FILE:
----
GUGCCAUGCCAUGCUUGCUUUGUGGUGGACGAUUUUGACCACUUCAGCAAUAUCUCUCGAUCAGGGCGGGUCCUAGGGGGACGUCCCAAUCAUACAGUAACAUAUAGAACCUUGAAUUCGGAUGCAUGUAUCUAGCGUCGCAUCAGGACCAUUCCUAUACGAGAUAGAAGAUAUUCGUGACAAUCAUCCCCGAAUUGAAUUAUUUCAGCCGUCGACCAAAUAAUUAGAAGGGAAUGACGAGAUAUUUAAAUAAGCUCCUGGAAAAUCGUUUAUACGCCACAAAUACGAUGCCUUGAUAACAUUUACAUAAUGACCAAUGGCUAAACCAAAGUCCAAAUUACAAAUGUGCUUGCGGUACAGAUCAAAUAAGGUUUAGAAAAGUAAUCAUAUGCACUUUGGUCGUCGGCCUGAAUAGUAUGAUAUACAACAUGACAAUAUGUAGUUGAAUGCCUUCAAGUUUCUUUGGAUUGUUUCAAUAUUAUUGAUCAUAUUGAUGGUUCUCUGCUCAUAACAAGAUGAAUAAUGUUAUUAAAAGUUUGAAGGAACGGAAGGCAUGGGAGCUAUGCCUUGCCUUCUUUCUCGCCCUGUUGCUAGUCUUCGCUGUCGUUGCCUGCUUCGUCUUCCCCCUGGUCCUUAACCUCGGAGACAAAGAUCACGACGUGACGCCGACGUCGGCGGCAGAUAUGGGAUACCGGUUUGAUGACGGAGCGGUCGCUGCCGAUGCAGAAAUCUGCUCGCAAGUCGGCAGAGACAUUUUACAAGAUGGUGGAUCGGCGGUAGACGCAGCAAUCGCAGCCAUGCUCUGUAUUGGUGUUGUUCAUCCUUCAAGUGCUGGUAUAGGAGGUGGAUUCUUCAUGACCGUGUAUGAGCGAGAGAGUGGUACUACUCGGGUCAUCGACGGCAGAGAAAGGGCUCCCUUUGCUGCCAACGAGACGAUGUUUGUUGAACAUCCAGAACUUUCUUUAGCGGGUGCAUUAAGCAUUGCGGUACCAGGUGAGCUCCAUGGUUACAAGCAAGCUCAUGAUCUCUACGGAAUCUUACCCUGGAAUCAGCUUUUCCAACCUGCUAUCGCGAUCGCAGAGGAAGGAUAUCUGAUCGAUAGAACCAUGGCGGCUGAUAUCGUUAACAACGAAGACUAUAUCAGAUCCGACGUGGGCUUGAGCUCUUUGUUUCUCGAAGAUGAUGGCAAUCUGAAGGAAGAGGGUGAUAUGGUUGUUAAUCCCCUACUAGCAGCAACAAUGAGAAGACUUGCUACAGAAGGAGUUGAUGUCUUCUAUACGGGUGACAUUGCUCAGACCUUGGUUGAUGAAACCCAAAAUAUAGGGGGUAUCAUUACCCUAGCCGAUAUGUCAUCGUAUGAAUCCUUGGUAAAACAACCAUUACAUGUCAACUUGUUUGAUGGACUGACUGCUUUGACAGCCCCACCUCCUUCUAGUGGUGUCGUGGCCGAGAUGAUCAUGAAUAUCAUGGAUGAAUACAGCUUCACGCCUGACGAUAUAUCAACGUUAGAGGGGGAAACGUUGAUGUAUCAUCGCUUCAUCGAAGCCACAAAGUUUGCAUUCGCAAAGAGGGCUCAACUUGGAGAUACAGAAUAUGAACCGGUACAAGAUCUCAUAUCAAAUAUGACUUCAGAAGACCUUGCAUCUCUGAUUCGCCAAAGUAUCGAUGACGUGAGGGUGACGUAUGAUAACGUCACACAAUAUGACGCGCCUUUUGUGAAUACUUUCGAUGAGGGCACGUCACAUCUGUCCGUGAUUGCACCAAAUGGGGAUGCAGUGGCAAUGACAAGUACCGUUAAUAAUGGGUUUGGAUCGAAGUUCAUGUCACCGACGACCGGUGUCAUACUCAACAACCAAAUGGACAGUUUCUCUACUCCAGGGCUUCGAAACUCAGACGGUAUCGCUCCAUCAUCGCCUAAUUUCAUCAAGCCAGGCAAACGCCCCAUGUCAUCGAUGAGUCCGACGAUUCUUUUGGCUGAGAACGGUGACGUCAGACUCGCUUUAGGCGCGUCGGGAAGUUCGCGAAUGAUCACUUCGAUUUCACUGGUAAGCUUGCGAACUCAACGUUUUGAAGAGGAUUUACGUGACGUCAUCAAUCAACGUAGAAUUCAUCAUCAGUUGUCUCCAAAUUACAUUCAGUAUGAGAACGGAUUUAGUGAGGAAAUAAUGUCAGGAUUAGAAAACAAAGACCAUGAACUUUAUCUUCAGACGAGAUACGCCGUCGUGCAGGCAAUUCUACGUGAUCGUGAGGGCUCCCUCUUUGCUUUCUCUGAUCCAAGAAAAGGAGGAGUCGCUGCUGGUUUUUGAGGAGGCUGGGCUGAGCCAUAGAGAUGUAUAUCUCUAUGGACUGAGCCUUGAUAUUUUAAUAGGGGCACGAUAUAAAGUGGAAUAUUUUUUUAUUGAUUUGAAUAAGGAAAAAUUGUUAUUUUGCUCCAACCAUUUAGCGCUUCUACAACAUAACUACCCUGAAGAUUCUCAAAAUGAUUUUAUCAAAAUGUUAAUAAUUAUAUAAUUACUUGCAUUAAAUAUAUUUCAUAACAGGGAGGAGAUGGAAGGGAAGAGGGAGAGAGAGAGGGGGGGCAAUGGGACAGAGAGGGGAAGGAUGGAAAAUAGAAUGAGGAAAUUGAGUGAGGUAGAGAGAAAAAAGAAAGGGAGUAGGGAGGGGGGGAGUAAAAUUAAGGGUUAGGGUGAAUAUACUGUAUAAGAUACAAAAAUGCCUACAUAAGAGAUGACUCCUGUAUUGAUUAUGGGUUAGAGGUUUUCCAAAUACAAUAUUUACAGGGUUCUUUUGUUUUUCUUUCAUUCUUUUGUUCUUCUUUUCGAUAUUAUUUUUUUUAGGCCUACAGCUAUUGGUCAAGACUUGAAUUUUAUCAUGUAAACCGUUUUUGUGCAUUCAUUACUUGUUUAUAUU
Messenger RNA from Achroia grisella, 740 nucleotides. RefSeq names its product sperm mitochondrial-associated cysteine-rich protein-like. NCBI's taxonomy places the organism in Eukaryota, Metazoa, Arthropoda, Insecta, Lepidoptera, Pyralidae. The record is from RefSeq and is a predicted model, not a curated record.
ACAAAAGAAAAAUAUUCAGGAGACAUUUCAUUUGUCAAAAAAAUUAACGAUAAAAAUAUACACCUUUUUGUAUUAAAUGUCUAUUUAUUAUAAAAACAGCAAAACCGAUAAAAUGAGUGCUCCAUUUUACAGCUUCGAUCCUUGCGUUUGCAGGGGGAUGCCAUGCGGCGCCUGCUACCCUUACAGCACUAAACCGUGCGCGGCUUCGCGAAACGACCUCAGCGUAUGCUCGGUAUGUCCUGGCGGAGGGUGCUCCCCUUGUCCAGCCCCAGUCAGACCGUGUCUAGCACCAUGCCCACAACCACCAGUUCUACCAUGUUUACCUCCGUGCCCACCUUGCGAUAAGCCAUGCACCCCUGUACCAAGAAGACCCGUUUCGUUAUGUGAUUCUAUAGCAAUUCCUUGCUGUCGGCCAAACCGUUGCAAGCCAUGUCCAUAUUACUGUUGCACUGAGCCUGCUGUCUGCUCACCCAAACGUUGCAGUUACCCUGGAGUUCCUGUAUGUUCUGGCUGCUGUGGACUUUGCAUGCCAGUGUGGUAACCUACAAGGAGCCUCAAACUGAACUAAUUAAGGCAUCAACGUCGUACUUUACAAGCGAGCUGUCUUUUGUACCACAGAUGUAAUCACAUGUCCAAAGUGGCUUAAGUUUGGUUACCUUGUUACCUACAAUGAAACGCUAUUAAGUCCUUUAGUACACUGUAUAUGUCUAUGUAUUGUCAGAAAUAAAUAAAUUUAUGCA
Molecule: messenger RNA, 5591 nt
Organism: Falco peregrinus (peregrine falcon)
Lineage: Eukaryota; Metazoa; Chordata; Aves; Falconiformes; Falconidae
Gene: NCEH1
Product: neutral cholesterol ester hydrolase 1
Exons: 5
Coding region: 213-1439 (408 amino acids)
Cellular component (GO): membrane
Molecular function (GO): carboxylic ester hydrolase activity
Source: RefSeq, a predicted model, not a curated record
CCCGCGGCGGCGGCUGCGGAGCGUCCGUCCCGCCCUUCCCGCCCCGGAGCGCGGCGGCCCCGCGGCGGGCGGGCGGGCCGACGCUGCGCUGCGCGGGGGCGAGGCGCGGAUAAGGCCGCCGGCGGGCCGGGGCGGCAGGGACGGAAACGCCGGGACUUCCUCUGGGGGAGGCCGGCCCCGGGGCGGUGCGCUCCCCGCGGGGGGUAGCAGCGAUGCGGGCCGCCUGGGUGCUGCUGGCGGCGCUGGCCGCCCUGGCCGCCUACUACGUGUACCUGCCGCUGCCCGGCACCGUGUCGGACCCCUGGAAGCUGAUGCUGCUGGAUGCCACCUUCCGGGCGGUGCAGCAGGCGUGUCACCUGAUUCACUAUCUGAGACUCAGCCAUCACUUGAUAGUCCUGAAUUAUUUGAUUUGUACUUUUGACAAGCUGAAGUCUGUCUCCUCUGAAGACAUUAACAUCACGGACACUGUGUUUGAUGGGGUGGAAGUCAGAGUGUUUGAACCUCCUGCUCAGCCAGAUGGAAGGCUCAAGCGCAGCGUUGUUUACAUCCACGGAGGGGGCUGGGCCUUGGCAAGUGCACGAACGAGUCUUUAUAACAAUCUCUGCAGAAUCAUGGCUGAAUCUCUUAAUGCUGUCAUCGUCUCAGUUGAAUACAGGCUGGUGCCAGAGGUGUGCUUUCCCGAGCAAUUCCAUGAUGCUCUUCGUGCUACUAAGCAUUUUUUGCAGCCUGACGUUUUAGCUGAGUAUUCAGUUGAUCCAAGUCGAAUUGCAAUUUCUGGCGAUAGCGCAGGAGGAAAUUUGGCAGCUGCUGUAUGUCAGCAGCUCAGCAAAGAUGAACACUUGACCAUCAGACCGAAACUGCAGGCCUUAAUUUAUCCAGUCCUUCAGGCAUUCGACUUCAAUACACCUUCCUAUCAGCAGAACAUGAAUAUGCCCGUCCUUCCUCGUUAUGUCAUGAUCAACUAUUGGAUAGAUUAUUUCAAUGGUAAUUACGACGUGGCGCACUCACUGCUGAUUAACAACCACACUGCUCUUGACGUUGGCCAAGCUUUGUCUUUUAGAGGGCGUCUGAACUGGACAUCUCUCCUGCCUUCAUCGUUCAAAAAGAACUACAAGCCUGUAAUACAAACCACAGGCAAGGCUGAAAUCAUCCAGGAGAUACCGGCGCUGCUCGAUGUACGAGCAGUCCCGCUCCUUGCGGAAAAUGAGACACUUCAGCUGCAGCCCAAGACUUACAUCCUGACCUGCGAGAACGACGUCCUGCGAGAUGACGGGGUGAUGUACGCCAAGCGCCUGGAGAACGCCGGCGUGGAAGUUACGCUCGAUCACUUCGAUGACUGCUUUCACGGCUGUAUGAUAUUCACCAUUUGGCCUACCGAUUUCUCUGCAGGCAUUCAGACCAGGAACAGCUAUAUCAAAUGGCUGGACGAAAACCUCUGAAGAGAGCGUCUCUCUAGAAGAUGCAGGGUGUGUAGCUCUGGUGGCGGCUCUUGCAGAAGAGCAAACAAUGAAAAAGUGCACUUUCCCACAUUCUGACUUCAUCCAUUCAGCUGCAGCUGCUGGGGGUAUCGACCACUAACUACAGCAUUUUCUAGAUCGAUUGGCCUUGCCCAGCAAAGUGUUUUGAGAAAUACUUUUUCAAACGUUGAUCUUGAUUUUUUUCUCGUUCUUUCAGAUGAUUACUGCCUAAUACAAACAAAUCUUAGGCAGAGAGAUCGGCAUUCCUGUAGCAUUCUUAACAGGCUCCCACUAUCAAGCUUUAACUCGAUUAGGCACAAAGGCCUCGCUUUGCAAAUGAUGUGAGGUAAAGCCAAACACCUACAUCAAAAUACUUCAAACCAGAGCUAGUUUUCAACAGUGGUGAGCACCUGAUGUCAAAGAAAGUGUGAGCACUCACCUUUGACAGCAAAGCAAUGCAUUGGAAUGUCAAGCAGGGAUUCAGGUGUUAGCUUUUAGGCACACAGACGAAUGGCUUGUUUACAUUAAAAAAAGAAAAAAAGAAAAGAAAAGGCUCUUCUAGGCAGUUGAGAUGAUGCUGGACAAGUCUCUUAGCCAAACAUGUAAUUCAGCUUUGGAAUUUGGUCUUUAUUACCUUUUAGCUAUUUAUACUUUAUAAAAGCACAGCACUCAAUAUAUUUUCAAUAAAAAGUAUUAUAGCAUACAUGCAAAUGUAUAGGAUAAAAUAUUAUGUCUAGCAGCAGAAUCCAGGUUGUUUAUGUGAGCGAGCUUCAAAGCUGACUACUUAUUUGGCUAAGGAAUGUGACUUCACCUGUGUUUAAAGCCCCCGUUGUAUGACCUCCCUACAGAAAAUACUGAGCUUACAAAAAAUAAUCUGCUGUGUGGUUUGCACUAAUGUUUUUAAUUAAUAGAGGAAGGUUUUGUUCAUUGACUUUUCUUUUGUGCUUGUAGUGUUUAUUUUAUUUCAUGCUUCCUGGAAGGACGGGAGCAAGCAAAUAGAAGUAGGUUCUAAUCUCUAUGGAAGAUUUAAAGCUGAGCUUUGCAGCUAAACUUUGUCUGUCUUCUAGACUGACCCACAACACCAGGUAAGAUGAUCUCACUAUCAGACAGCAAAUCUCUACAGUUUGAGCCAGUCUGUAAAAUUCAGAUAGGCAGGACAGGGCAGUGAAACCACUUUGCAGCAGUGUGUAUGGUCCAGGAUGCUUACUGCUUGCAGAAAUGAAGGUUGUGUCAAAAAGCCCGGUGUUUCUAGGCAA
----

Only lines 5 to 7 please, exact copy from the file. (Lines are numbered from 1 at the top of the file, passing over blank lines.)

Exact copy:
Organism: Falco peregrinus (peregrine falcon)
Lineage: Eukaryota; Metazoa; Chordata; Aves; Falconiformes; Falconidae
Gene: NCEH1